Jimmy Webb

Although he’s among the most prolific, successful songwriters of his generation, Jimmy Webb has remained something of a cult figure as a solo artist. Raised by a Baptist minister and former Marine in rural Oklahoma, Webb studied to be a church organist while sneaking out to play in rock ’n’ roll bands at night; his dual life fed into the psychedelic classicism of “MacArthur Park.” That seven-minute, multipart single, orchestrated by Webb and sung by Irish actor Richard Harris, broke barriers when it charted in 1968, earning Webb a lifetime of ridicule for its orchestral ambition and oblique lyrics. Within a few years of landing his first song on a Supremes Christmas album, Webb wrote hits for the pop-soul vocal group The 5th Dimension (“Up, Up and Away”) and country crooner Glen Campbell (“Wichita Lineman,” “By the Time I Get to Phoenix”); “MacArthur Park” and “Phoenix” were hits twice over when they were rerecorded by Waylon Jennings and Isaac Hayes, the latter turning Webb’s poignant ballad into a sultry oratorio. Webb’s career as a recording artist began in 1970, but none of the albums he released over the next four decades came close to equaling the success of the songs he’d written for others. Even so, his songs new and old continued to be recorded by major artists, from Linda Ronstadt to Joe Cocker to Donna Summer, whose disco-fied “MacArthur Park” gave Webb his first No. 1 hit.

For his new album, Just Across The River, Webb joined forces with artists who’ve recorded his songs over the years to present a new take on his own back catalogue. Willie Nelson drops in to share vocals on “If You See Me Getting Smaller,” originally recorded by Waylon Jennings; Lucinda Williams lends her mournful croak to the anti-war ballad “Galveston.” Ronstadt, Campbell, Vince Gill, and Jackson Browne add their voices as well, the latter on a version of the meta-pop meditation “P.F. Sloan.” While the album is unlikely to return Webb to the top of the charts, the group-effort approach crystallizes Webb’s skills as a writer who can span many genres without losing his sense of musical identity, and one who still attracts some of the world’s most mellifluous voices. On the phone from his home in Oyster Bay, New York, Webb recently talked to The A.V. Club about pulling Linda Ronstadt out of retirement, why he doesn’t care what people think about cake in the rain, and why he’s talked to all of America’s 4 million amateur songwriters.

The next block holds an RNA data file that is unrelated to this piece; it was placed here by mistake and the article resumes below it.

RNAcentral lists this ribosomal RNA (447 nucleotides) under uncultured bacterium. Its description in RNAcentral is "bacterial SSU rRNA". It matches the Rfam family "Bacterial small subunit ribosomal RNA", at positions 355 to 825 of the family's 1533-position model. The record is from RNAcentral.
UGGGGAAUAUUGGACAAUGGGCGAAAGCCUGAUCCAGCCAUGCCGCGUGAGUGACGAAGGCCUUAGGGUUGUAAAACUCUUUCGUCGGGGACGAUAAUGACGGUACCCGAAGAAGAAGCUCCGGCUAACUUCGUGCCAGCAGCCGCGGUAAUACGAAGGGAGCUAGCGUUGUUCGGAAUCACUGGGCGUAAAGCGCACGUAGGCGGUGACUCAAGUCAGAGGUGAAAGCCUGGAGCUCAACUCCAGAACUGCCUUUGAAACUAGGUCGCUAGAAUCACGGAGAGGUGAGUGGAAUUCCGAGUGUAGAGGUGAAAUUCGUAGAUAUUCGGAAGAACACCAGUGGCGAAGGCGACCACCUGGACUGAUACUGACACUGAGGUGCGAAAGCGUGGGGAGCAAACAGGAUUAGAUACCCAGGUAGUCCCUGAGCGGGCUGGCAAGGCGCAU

The A.V. Club: You were raised by a Baptist minister. Were there restrictions on the kinds of music you were exposed to as a kid?

Jimmy Webb: We were Southern Baptists. This was the right wing, the Baptist Church in the South. Among other things, we weren’t allowed to dance. As you know, the rock ‘n’ roll music of the ’50s and ’60s—what was it about? It was about dancing. Even the schools had dances. After school, we had—and I’m sure you may have heard this rather archaic word from some other geezers like me—we used to have things called sock-hops. This was almost your only chance to really get up close to the opposite sex. Otherwise, life was fairly well regimented. So being close to girls was a rather difficult thing to accomplish. But at a sock-hop, you could do it right there in front of everybody, hold hands and dance. I wasn’t allowed to go. My father informed the school that I wasn’t allowed to go to sock-hops. As we grew up, I watched my sisters sit on the porch and languish, listening to the music from Teen Town blasting down the main street of Cheyenne, Oklahoma and realizing that there was, unfortunately, a real void in their lives that would never be filled. There was nothing unhealthy about a kind of introductory flirtation with members of the opposite sex. It was the other thing that was unhealthy.

I grew up actually sneaking out the back door of the Baptist parsonage to go play with the band down at Teen Town, and everyone was sworn to secrecy to not reveal that I had been there. There was one night in particular at First Baptist Church Colton when I moved out to California, when I had my secret, my covert rock ’n’ roll band in the church rehearsing at about 1 or 2 o’clock in the morning, and my excuse was to say I was spending the night with a friend. And we even had—horrors!—girls there, and we had the Hammond organ cranked up, and we would do some funky music. We covered records: Otis Redding, Sam & Dave. Some of the neighbors around there called the cops, and the cops came down to see who was having a jam session in the Baptist church. It turned out to be the preacher’s son. That, they did not believe. So they called my dad. My dad came down there in the middle of the night in a bathrobe. And he was pissed, man. To say that we disagreed on musical issues would be a gross understatement.

AVC: What was Teen Town, exactly?